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May 26, 2012

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Home » Metro » Environment

Chongming Island to get cleanup

A TOWNSHIP government in Shanghai's Chongming Island said yesterday that it will join with environmental authorities planning to conduct checks and improve conditions on a farm thought to have been polluted by industry dumping years ago.

Residents in the island's Yuejin Village said "their land and well water becomes colorful" near a dump field used by a textile factory more than 10 years ago. They also charged the dumping is related to the diseases, including cancer, of several villagers

"My life has changed since then," a village resident, surnamed Ni, told Shanghai Evening Post, a local newspaper.

The newspaper reported that Ni's father was diagnosed with lung cancer in 2010.

The dump field, which started with a trench first used as early as 1998, is located near a Ni family farm.

One of Ni's uncles, who then worked in the Yingchun Woolen Textile Co, said he helped the factory dump wastes from processing wool and dyeing materials as the factory built new workshops in 1998.

"I did not think much about the pollution at that time," said Ni's uncle, who blamed himself for carelessness.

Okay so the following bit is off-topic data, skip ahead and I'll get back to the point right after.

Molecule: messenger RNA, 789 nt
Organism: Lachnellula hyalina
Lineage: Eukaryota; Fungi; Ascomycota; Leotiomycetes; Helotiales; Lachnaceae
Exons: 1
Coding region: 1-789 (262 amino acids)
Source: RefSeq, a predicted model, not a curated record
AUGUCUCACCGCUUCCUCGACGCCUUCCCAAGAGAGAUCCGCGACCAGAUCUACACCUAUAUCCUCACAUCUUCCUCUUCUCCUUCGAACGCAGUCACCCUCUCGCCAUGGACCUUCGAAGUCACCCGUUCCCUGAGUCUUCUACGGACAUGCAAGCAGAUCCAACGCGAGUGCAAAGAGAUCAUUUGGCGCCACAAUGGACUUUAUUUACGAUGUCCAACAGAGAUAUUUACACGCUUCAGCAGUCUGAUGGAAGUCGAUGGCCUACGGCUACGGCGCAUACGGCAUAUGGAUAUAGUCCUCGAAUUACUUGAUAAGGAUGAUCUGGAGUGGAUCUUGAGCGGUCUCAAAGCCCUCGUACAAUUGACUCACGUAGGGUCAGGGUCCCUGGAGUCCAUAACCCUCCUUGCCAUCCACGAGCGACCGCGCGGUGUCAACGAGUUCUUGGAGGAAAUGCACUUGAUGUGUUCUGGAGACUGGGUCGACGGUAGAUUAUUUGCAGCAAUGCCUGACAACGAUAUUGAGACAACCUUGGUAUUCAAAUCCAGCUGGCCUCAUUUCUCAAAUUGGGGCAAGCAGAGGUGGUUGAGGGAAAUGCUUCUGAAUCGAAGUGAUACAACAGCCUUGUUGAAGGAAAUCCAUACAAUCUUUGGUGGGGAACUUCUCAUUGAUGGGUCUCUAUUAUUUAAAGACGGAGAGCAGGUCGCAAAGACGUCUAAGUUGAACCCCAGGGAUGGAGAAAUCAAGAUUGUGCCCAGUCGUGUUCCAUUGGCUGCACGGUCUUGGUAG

Near Ni's residence, colorful fibers can be dug out.

Four of Ni's neighbors also came down with cancer and died around 2000, said Ni.

"We have stopped drinking from the well water for a while," said Yang Weixiang, Ni's neighbor, adding they were afraid of getting sick.

According to Ni, the struggle against pollution began years ago with some unusual phenomena like soil and water changing colors and fleas swarming in.

In February of last year, the county environmental inspection station took water and soil samples to the city's environmental monitoring center and concluded that chemical levels in the water and soil were within approved limits.

Ni soon asked a private company to conduct a new study. Ni's report showed the farm's soil had excessive chromium, over the limit by 100 percent. For water samples the readings of ammonia and chemicals were beyond limits.

A town official said yesterday the government may conduct a third check as "neither of the previous two reports could gain approval from both sides."

The county's environmental authority said readings were from organic wastes. But it also said soil restoration work will start on the island.


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